Agroforestry in Punjab

Punjab, India

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The State of Punjab is an agriculture intensive state with a traditional rice-wheat cropping system that has contributed towards food security of the country. Agroforestry has emerged as one of the viable alternatives for diversification from existing rice-wheat rotation. At present, more than 80% demand of wood and wood products in the country is met from the agroforestry sector, 6% from natural forest and 12% from import. The farmers could benefit from around Rs. 300-400 crore per year in addition to the timber value on the basis of existing carbon price in the voluntary market. The carbon finance program will enhance the income of farmers and also help Punjab to move forward towards carbon neutrality.

3287 villages

Covered under the project to improve livelihood with the help of self-help groups that are created

Rs. 300-400 crore

worth of benefits to the farmer per year

Approx. 6.5 million tons of CO2

can be sequestered per year through the help of this project

Background of Project

Agroforestry can contribute more than 2 billion tons of CO2e reductions by 2030 if the government provides them Minimum Support Price (MSP) of timber produced by farmers. Due to lack of MSP, whenever there is a glut in the market, farmers have to sell timber at throwaway prices. However, agroforestry can supplement farm income by selling the carbon credits in the carbon markets, enable risk reduction and contribute towards climate resilience. Different tree species are traditionally grown in the various agro-climatic zones of Punjab. The main tree species adopted by the farmers on their agriculture fields as block and boundary plantations are Poplar, Eucalyptus and Dek. Also, the demand for timber and other tree-based products is increasing day by day and one feasible alternative to fulfill such a demand would be adopting agroforestry practice as this is one system that can provide both wood and food while at the same time conserve and rehabilitate ecosystems.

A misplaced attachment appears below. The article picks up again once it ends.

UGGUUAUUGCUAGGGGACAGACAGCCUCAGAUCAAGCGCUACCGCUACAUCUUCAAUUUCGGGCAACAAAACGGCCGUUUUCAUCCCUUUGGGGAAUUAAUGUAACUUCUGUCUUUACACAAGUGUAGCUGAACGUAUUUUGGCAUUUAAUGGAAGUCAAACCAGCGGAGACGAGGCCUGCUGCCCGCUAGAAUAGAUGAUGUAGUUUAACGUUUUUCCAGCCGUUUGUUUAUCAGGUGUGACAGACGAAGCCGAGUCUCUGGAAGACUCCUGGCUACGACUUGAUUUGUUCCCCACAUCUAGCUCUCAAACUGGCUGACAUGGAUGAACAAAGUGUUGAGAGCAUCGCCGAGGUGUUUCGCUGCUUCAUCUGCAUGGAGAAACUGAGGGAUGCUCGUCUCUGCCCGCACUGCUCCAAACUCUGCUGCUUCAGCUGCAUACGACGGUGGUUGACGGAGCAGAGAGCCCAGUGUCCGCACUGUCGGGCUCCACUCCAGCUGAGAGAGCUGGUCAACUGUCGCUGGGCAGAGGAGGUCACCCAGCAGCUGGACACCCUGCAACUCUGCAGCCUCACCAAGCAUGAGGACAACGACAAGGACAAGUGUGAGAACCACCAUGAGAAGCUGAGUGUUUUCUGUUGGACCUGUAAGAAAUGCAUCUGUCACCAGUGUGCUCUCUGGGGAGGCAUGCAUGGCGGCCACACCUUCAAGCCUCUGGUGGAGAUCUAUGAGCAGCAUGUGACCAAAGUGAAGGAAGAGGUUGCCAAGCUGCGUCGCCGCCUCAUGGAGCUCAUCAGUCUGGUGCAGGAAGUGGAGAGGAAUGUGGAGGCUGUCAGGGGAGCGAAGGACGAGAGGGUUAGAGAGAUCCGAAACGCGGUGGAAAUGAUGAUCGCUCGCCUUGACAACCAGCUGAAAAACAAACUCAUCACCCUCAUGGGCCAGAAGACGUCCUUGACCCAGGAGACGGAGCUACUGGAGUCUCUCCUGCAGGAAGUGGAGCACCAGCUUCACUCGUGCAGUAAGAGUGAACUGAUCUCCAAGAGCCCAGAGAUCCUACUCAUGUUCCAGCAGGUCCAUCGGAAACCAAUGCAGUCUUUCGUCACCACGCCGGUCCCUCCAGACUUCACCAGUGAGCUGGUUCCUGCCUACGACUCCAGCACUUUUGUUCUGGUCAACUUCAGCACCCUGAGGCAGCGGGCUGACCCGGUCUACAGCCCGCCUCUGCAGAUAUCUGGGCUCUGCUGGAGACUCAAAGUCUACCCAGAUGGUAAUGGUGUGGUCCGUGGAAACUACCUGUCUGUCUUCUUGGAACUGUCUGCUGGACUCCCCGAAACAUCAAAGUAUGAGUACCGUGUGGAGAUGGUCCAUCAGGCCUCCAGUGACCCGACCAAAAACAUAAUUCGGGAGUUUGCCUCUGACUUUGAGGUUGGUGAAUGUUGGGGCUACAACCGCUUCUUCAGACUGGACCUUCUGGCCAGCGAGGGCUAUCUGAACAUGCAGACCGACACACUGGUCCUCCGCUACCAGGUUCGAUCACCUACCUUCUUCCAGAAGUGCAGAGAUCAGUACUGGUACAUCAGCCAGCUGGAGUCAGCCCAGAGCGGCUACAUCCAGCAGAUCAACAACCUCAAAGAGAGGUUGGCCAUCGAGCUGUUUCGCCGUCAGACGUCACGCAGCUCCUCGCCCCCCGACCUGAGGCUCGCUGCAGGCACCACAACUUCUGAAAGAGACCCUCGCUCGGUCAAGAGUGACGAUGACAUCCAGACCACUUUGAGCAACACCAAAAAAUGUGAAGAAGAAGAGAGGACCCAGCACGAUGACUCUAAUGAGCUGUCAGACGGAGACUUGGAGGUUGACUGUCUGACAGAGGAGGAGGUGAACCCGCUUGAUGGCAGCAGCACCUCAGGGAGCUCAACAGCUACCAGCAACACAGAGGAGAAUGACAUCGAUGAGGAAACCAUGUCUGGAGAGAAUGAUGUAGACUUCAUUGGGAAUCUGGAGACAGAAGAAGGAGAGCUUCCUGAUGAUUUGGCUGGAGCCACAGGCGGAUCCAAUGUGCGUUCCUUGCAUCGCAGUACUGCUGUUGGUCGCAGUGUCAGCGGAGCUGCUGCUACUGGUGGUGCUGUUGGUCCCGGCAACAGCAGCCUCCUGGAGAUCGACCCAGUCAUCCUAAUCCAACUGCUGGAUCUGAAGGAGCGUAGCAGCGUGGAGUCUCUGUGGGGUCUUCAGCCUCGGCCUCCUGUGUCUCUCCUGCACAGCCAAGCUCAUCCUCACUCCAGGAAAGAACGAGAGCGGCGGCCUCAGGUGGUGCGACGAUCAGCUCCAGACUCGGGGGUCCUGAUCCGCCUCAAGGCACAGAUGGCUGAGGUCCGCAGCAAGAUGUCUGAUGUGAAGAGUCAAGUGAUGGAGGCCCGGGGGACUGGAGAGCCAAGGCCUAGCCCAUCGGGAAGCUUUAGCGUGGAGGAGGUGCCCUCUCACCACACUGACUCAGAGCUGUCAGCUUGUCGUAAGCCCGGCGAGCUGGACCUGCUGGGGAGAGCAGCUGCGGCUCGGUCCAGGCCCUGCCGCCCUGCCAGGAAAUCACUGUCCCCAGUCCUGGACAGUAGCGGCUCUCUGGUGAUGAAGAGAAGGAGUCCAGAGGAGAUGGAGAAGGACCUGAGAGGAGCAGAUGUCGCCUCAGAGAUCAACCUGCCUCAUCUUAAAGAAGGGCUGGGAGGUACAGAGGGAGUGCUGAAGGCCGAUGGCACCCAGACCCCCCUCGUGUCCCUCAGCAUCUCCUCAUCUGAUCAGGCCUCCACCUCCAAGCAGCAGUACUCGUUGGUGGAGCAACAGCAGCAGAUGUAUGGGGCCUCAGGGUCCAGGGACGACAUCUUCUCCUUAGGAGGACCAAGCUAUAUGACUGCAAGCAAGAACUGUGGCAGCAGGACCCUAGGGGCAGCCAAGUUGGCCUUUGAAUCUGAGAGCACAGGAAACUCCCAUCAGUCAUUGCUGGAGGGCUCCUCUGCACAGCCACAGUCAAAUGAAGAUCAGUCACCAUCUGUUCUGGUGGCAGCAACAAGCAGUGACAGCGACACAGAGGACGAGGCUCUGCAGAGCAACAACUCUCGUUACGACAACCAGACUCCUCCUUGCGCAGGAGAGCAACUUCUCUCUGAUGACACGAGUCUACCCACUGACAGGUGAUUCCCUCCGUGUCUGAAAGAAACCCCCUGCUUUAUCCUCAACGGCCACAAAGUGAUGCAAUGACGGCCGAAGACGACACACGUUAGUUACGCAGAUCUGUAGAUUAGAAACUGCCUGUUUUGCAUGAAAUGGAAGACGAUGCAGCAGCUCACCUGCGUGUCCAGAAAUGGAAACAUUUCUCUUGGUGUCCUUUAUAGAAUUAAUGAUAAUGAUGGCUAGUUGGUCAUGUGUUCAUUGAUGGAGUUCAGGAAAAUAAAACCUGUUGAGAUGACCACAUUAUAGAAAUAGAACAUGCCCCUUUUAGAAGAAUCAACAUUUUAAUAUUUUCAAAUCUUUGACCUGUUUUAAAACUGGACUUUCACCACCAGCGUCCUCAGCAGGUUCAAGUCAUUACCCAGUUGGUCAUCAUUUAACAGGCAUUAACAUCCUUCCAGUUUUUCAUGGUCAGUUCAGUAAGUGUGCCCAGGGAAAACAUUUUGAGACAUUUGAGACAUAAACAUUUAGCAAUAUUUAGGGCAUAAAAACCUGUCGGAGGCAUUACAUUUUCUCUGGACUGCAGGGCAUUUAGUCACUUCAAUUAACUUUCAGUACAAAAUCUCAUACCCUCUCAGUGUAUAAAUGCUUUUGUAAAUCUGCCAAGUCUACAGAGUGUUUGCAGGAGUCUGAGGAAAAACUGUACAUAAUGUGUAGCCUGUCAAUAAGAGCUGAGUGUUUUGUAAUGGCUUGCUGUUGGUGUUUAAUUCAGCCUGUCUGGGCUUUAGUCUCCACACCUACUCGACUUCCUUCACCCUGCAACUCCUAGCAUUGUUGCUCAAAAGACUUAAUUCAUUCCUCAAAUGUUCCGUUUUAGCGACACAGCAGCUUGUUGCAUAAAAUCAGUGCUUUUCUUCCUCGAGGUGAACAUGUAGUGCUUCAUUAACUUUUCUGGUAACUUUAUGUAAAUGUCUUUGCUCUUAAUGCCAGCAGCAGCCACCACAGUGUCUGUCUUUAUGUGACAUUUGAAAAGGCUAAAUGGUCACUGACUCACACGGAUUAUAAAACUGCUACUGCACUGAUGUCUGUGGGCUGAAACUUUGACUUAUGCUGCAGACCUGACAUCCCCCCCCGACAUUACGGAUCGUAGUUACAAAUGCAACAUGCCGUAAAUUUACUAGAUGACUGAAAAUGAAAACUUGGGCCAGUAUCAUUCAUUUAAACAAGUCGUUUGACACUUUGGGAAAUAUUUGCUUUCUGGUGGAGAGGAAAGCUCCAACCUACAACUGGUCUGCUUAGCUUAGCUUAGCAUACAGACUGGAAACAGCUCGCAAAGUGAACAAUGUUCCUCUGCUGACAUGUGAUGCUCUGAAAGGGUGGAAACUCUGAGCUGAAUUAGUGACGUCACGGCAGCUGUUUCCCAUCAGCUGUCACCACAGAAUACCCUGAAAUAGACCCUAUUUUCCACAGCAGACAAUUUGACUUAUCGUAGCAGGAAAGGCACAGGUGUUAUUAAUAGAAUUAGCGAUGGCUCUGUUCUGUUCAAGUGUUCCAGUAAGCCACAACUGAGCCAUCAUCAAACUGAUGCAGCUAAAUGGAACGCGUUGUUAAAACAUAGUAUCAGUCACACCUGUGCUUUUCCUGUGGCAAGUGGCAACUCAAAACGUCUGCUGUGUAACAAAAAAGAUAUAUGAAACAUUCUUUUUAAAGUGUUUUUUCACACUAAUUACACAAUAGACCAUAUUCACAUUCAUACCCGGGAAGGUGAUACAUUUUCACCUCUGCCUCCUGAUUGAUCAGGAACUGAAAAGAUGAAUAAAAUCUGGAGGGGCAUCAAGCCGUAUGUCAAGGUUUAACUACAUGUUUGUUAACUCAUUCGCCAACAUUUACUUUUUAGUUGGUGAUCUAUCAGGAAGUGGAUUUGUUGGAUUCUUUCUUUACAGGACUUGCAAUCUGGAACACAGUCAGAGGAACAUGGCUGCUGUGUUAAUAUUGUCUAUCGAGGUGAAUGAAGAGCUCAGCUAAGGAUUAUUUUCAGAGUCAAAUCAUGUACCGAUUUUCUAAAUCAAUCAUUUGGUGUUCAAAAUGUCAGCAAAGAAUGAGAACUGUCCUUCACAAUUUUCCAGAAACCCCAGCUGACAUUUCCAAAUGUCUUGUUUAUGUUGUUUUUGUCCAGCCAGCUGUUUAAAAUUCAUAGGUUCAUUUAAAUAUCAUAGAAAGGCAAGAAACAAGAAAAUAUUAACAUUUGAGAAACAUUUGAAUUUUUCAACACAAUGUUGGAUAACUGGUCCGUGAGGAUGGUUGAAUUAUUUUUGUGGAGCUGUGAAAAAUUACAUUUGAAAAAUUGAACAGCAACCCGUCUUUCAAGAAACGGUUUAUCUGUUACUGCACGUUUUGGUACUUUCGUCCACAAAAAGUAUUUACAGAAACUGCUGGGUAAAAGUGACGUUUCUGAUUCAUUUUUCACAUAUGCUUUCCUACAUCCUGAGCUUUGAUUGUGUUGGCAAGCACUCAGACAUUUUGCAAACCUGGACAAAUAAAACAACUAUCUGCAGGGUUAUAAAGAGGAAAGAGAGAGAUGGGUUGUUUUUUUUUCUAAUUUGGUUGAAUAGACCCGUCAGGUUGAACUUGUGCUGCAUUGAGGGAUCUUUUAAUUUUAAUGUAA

The Project

The project area comprises of 500,000+ hectares. The selected 5 districts are from the Kandi Area and they are – Hoshiarpur, Rupnagar, Sahibzada Ajit Singh Nagar, Shahid Bhagat Singh Nagar and Pathankot. At the village level, Self-Help Groups would be formed to manage and monitor project activities. Capacities would be built for the frontline staff of all the 5 districts. Other components include capacity building of forest personnel through training programs on remote sensing, use of GIS & GPS, for real time monitoring of forest dynamics, preparation of project design document (PDD) and the registration of the program under verified carbon standards (VCS). There will be suitable capacity building development programs for the forest personnel as well as the members of the SHGs. The details of this will be included in the Monitoring Report. The potential of carbon sequestration in five districts (Roopnagar, Hoshiyarpur, Ajit Singh Nagar, Shahid Bhagat Singh and Pathankot) is around 6-6.5 million tons of CO2 per year.

The Benefits

The projects provide livelihood upliftment for marginalised farmers by the generation of additional income from carbon credits. It promotes local financing arrangements for restoration of degraded lands by resource-poor farmers, as well as promotion of farmer-industry partnerships with buy-back arrangements. It also promotes gender sensitive strategies and improved regulations on cultural reservation. It improves air quality, soil quality, and biodiversity from the afforestation of degraded lands. The project helps improve access to better education on health and safety.